And that's because Project Fi isn't designed like a prepaid carrier. You don't get features like tethering or roaming stripped out just because you want a good deal. Project Fi gives you unfettered tethering and no-additional-cost "3G" (256Kbps, they say, which is very strictly 3G I guess) data coverage in 120 countries around the world, a la a similar feature on T-Mobile, and free international texting. Plus, you get Google Voice's stupid-low rates on international voice calls if you're making them over Wi-Fi, from anywhere in the world.

Overall, Project Fi is, on paper, actually an excellent value and solves a lot of my personal pain points about US carriers, post and pre-paid alike. But this is also where things start to unravel - Project Fi has all the markings of a Google experiment: a great plan, executed exactly one year before it can actually be truly great. (Edit: This post previously referenced Project Fi and T-Mobile LTE coverage using an incorrect map - Project Fi should use T-Mobile's full LTE network as far as we know.)

The Project Fi LTE map, at this point, is not very impressive, and there are other problems, too. Limiting the service to Nexus 6 owners means that most people can't even use Project Fi right now, and the size of that phone (and its price) likely mean many others won't want to use it until a new compatible handset arrives. That makes Project Fi an impractical option for the very, exceedingly large majority of people right now.

Project Fi doesn't offer any high-speed (eg, real HSPA) international roaming, it doesn't offer group plans or family discounts, and it doesn't have HD Voice (that I am aware of - Google's FAQ makes no mention of it). It's limited to a single phone (that a lot of people on Android Police don't like), and the price structure makes it pretty much worthless to data hogs.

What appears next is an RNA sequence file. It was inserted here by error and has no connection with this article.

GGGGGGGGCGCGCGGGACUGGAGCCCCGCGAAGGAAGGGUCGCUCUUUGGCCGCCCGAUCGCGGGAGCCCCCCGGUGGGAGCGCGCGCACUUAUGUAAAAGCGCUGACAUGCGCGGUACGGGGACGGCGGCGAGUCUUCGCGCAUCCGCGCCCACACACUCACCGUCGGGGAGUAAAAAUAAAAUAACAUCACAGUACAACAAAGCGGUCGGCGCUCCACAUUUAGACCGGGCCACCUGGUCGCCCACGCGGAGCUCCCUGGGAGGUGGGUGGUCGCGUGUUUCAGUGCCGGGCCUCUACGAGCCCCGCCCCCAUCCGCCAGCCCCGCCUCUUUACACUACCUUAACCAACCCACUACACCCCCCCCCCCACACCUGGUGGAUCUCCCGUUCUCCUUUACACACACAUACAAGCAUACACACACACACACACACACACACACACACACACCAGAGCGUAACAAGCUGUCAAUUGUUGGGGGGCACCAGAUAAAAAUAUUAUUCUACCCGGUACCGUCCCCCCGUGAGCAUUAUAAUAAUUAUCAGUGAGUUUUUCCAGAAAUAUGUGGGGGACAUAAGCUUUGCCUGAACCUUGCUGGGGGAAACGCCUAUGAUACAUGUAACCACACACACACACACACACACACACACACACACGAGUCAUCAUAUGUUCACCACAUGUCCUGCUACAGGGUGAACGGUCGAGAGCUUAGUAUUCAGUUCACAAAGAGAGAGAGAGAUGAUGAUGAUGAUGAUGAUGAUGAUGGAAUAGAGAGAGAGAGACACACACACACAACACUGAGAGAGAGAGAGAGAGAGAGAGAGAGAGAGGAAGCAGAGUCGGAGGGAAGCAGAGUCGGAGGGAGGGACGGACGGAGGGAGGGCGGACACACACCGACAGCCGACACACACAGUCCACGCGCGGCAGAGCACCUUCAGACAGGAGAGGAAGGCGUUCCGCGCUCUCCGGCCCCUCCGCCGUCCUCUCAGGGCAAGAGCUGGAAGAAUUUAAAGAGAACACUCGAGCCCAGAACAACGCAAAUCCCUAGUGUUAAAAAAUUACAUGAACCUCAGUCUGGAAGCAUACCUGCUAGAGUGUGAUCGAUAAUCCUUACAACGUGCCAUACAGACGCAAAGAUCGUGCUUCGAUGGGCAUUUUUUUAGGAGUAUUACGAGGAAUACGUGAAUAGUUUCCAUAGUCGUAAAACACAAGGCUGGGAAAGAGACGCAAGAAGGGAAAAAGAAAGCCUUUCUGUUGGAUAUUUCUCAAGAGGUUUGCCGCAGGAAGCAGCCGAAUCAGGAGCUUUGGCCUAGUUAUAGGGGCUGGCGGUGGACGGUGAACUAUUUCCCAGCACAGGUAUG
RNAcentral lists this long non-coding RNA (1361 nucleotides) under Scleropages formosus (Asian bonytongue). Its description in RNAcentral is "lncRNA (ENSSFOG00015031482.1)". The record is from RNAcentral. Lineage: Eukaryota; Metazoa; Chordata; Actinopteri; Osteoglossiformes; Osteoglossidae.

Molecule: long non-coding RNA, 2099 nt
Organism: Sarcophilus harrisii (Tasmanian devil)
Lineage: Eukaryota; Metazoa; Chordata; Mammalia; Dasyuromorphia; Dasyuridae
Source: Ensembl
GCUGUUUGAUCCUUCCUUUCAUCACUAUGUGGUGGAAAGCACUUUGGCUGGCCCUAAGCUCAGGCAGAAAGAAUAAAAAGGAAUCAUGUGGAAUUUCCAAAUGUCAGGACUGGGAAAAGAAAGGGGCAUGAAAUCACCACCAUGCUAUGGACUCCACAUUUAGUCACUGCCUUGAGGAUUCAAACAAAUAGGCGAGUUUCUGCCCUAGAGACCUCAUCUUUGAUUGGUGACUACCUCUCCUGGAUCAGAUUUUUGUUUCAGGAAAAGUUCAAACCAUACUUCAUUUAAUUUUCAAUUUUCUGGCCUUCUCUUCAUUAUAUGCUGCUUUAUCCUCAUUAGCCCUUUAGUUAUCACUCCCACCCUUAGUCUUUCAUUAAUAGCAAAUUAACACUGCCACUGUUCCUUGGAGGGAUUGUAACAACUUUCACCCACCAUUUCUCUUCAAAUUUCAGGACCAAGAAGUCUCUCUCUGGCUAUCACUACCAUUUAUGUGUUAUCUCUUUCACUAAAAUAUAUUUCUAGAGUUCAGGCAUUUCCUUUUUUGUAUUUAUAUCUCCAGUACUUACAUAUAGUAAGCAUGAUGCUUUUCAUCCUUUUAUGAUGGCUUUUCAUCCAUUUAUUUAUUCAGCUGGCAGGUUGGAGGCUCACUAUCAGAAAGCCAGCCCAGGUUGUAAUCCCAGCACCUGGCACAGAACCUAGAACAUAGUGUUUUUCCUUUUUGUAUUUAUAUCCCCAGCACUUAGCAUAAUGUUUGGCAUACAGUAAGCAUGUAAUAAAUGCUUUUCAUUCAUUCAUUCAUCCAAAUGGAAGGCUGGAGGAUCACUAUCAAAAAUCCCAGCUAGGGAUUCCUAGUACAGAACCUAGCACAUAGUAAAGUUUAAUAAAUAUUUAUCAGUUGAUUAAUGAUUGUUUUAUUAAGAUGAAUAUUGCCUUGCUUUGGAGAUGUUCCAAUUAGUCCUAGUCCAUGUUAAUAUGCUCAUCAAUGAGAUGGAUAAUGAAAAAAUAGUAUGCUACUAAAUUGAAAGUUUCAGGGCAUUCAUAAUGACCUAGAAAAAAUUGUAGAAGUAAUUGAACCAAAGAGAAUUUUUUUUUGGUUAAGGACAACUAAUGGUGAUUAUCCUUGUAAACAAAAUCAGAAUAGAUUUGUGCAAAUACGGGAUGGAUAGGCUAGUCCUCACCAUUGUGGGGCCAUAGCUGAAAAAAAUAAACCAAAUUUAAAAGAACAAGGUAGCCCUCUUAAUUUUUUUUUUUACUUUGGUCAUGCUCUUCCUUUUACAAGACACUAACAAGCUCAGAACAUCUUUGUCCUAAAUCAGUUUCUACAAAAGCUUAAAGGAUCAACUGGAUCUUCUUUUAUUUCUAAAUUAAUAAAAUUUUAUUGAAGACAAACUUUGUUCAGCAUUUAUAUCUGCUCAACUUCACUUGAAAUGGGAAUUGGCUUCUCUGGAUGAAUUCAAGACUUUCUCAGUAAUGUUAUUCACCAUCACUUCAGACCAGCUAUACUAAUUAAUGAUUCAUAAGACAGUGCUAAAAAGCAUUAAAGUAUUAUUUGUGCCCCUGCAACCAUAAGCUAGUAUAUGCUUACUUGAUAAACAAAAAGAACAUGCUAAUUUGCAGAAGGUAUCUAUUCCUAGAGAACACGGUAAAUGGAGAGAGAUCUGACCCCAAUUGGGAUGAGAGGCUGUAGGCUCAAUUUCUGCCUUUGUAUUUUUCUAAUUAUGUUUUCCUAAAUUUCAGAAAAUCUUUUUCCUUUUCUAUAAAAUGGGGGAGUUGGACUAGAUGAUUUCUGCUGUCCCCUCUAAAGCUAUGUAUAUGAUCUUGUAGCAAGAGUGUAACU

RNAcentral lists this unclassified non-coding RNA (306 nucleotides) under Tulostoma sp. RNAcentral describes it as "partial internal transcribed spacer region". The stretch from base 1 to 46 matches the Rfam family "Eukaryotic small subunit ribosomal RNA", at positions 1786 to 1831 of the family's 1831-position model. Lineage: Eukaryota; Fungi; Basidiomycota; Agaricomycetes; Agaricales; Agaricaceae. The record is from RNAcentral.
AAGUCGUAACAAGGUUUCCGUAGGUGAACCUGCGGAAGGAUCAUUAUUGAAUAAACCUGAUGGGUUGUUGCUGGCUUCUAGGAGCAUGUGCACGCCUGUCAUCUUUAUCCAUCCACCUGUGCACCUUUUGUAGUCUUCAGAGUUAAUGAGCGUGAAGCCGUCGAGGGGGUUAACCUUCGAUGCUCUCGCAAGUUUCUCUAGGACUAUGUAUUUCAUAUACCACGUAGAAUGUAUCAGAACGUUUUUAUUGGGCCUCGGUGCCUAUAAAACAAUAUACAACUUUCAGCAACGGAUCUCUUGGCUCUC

The thing is, if a single American carrier were to adopt this kind of simple and fair pricing scheme (no penalties, no soft or hard caps, fully prorated data, no throttling, no tethering restrictions), people would flip - and that's because most of what Google is trying to do here is good. They're simplifying the process of budgeting for your phone bill by making it a simple question of how much data you want, with no risk of overpaying or overusing, and otherwise getting out of the way. Why don't other carriers adopt such simple plans? Because they'd make less money, and that's all it really comes down to.

Project Fi isn't going to be a wireless service option for most of us any time soon - that's just reality. But for those of us who can see themselves on this kind of plan (and inside the confines of that coverage map, like me), it's a breath of fresh air.

For now, it's rather easy to make fun of Project Fi as lacking competiveness in terms of coverage in the post-paid world and as failing to out-price in prepaid (though Fi is still cheaper than many prepaids), but that's missing the point. The point is the philosophy: maximize features, minimize complexity. By being an MVNO (mobile virtual network operator), Google can act as a buffer between the interests of consumers and the interests of the companies actually building out the networks who, historically, are pretty awful.

And even if Project Fi doesn't get it right, someone else will. I fully embrace the notion that Google could drop this whole thing two years from now - but I have a feeling it will leave a lasting impression on the wireless industry even if it does fail. Google is blazing a trail of real simplicity, of a customer-centric model that finally sheds the burdensomely simple (read: restrictive) "plans" and cop-out "features" like T-Mobile's Data Stash or AT&T's Data Rollover that just seek to coddle consumers who are underutilizing and overpaying for their service. There's no special rate for bringing your own phone, they won't play the "pay your ETF" game of musical chairs, and there's no more worrying about going over your data cap by just a bit. You pick a number of gigabytes, you use the service, you pay Google some money based on how much you used, and that's it.

The only reason it doesn't sound as gloriously simple as it is? Because most of the good parts are so obvious that it hurts. And I won't knock Google for doing what I know the big four won't simply because it wouldn't line their pockets as well.